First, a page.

So, masculine and feminine, under-structure and surface, heat and cold, etc. must all be kept in dynamic tension if the Venetian scheme is to work. But, when it does work, the effect is truly marvelous. And the following are the terms by which Eastlake concludes his study:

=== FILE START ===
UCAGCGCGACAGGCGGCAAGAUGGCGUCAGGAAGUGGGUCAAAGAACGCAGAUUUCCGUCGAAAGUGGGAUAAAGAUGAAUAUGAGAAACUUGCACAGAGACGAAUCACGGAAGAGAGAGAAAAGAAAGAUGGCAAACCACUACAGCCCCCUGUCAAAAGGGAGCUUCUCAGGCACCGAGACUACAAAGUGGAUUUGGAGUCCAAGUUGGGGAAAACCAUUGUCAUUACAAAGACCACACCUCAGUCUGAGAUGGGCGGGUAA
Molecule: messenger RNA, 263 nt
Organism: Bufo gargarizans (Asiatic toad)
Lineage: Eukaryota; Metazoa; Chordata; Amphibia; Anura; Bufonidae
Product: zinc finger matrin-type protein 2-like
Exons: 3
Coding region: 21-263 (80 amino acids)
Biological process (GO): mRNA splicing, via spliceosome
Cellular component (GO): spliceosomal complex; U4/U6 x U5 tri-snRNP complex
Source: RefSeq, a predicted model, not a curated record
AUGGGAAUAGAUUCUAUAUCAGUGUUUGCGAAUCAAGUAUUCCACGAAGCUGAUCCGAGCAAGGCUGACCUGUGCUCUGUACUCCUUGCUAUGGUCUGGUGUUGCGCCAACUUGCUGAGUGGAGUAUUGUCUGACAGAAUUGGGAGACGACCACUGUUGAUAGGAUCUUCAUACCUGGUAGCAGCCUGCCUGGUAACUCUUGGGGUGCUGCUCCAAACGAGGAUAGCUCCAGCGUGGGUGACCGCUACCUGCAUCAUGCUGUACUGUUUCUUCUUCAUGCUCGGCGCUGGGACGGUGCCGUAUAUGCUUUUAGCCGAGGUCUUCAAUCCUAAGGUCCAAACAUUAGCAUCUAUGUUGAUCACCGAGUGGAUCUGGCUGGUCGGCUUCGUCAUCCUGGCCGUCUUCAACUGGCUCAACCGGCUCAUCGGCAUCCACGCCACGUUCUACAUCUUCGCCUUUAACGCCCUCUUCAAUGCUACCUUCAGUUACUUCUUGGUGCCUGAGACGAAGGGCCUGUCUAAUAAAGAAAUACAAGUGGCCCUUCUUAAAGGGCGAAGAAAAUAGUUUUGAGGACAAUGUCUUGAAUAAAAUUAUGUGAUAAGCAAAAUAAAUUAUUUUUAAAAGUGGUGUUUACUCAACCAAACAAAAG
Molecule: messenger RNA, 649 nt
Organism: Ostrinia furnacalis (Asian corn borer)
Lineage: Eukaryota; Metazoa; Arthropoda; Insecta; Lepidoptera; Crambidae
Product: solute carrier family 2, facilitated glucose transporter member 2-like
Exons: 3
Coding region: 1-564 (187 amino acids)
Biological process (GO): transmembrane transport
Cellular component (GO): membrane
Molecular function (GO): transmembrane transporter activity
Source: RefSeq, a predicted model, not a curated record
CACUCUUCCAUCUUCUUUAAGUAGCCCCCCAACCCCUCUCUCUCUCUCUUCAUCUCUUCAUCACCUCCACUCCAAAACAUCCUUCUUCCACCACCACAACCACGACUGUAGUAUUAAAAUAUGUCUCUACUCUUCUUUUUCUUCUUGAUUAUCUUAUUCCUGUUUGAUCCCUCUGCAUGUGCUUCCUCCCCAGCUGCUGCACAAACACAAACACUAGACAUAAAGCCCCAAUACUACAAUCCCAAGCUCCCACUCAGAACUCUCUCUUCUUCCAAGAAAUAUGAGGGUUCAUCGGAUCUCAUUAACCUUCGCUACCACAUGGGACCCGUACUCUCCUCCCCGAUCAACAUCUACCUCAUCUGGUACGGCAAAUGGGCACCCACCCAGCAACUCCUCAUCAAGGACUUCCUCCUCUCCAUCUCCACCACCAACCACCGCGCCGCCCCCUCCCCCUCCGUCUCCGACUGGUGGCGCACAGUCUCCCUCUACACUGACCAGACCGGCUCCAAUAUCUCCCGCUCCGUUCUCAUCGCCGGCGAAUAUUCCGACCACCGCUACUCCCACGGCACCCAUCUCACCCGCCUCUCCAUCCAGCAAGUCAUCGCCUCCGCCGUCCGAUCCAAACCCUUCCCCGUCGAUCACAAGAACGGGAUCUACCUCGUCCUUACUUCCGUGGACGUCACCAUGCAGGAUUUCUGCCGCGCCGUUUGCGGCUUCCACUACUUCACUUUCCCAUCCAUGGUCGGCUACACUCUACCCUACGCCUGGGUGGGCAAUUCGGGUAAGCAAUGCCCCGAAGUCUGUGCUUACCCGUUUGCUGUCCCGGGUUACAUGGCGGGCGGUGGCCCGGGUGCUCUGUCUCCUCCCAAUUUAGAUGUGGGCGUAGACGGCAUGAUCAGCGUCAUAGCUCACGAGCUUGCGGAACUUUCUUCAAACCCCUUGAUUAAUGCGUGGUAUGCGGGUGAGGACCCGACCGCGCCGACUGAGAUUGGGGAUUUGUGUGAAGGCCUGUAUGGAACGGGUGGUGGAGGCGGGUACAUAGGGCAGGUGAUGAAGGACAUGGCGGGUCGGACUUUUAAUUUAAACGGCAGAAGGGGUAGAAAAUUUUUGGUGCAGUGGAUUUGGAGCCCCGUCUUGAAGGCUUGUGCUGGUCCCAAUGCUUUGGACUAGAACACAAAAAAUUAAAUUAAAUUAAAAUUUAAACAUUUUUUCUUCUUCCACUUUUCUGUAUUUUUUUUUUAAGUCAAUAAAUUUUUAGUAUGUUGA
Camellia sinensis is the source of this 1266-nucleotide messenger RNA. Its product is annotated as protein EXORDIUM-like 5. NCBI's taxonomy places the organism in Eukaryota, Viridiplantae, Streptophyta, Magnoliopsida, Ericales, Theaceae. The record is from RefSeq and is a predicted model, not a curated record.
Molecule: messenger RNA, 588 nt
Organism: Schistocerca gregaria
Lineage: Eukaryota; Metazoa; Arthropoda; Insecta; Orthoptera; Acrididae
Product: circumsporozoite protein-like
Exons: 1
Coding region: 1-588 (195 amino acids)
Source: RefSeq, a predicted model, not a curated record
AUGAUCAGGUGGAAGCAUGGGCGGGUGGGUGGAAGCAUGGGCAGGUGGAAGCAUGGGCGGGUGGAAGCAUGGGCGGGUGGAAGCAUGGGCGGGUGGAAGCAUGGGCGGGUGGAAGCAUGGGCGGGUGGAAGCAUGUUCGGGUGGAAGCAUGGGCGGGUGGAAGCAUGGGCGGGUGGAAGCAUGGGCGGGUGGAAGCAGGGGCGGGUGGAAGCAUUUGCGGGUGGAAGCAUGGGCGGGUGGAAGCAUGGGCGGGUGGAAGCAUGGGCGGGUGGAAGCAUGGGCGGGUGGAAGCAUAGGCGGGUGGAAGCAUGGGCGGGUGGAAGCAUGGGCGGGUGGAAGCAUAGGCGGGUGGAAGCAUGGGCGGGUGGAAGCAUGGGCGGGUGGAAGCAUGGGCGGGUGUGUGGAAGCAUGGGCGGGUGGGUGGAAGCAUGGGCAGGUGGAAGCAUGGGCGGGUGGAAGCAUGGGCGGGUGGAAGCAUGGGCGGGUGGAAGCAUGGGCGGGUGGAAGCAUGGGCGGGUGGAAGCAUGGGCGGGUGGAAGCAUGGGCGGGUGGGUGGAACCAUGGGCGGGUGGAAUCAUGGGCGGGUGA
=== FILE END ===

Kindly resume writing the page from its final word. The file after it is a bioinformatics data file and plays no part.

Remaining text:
The production of various degrees of transparency and of the whole range of warm and cool tints by judicious alternations of scumbling and glazing, is a world which may be said to be at the painter's [end p. 295] command. The art of producing such results may be studied at first merely as an art, and without direct reference to nature. The processes in fact are in a degree precisely those of nature, and therefore can never fail to open up a universe of colour unapproachable by any other means. It need not there be dissembled that the dynamic method considered with reference to colour only, involves completeness in itself, and is so far independent of nature as it is an application of nature's own means. But the power and the capabilities of the system being felt, its possible refinements, with all its accidents, and all its assistance from vehicles and from substance—such as the repeated interposition of colourless media (for which the Italian varnish is adapted) and the production of internal sparkle by brilliant colours half ground, or even by the veiled glitter of metallic particles—all these capabilities being felt, with many more aids from that "cunning" which he has acquired at home, the painter goes to Nature and compares her world with his own. He finds that infinite as the Great Artist is, he too has in his possession a miniature scale of processes which, in conjuring up of magical effects, is analogous to those which Nature herself puts into requisition, and he at once selects and delights in the most difficult of those problems in light and colour which the external world presents to him. (p. 295-6)